The UVA Bay Game has been played by students, faculty and administrators at U.Va. and other universities and in corporate boardrooms, and has drawn the interest of legislators, corporate leaders and Chesapeake Bay watershed stakeholders. It helps players understand how complex natural systems, such as a major watershed, are affected by the often-competing interests of a variety of stakeholders, and how they might work collaboratively to solve challenging problems involving sustainability.

“The UVA Bay Game team has certainly earned and deserves this recognition,” said U.Va. President Teresa A. Sullivan. “The game is a wonderful example of a multi-disciplinary project that has implications far beyond the classroom. It shows with clarity how the actions of one can affect many, for better or worse. We’re proud of the team’s success on the UVA Bay Game and grateful for the NCCI recognition.”

The Bay Game also is a tool to help demonstrate the importance of political and civic collaboration in conservation efforts. The goal is to find a balance between creating the conditions needed for a healthy environment and maintaining strong economies.

“The UVA Bay Game is a perfect example of what the Leveraging Excellence Award was designed to recognize,” said Maury Cotter, NCCI past president and director of the Leveraging Excellence Program. “It begins with a creative innovation that has been successfully implemented, and then scales or ‘leverages’ that innovation for broader impact. The game does this beautifully by expanding to broader communities, with impressive impact and results.”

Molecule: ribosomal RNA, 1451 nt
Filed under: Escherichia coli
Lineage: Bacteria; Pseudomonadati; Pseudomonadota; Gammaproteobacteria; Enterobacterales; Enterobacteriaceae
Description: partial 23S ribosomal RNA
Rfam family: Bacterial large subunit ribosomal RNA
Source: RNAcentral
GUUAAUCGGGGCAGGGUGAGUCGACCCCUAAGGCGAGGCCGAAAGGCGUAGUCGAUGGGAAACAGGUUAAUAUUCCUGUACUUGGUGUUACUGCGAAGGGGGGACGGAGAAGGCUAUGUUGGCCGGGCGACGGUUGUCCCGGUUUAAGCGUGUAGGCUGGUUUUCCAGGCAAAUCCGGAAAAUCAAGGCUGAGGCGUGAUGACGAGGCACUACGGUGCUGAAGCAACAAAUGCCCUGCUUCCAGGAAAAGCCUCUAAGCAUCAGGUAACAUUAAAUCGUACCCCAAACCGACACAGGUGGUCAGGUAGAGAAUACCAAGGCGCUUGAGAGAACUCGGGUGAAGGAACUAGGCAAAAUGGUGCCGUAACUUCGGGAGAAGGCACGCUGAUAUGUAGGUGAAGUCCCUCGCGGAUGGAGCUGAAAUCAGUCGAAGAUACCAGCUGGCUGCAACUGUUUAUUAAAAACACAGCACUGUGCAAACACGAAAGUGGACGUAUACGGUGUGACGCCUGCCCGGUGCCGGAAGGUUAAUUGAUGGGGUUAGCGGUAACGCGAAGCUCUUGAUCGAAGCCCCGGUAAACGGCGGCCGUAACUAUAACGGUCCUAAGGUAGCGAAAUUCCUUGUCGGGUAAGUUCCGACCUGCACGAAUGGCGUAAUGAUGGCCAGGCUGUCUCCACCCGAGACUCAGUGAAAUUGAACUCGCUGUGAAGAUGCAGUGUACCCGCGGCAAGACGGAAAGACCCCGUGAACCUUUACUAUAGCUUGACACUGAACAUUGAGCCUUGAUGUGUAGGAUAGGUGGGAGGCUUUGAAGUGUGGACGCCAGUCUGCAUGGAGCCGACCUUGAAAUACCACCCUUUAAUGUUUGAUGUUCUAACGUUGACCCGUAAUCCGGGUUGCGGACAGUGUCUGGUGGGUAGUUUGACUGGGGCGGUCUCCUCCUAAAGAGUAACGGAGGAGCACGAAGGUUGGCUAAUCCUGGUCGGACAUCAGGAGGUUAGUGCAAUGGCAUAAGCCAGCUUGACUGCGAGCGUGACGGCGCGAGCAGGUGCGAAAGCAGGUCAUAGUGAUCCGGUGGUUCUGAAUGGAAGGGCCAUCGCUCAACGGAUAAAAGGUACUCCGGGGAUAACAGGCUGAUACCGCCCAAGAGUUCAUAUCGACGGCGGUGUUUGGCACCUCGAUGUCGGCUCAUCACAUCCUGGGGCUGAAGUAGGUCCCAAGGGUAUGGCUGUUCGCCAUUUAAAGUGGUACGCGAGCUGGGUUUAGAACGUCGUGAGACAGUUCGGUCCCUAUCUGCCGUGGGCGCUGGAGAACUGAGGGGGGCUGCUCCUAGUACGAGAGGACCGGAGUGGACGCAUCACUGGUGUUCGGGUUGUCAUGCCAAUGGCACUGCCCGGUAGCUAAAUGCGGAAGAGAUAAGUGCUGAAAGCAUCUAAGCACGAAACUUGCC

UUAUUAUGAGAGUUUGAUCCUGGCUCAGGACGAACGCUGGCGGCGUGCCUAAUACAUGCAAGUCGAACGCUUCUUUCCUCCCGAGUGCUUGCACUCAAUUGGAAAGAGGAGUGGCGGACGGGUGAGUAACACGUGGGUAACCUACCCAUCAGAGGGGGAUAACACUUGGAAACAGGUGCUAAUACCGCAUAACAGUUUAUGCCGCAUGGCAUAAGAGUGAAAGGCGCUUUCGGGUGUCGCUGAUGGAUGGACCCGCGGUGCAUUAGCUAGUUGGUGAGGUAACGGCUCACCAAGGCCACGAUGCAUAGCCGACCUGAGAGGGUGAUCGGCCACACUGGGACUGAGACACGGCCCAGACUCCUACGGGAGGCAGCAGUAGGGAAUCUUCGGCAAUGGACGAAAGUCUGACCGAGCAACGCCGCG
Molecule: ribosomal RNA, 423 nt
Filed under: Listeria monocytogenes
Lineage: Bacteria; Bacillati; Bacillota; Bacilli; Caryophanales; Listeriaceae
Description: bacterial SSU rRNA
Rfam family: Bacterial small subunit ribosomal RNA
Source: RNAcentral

The Chesapeake Bay watershed extends over six states and the District of Columbia and covers 64,000 square miles. The bay itself is the largest estuary in the United States. It is affected daily by a broad range of individuals, communities and industries, many with conflicting interests.

“There have been pollution problems with the Bay for decades, and while many efforts have been made to improve conditions, the problems persist,” Smith said. “The UVA Bay Game is designed to help people recognize the complexity of those problems – created by self-interest and unintended consequences – and begin to work more collaboratively toward solutions that ultimately will benefit everybody by improving our environment.”

The UVA Bay game also is being modified, under the name “UVA Water Games,” to simulate major watersheds in other areas, including in Texas and Australia.

Sponsored by U.Va.’s Office of the Vice President for Research, the game was created with the input and knowledge of 11 departments in eight of the University’s academic units. The Virginia Sea Grant program provided additional support for presenting the game for use by other universities.

The other winner of this year’s Leveraging Excellence Award is the University of Washington for a finance and facilities project. A panel of university presidents and other leaders of universities and educational groups selected the winners for the impact and scalability of their projects.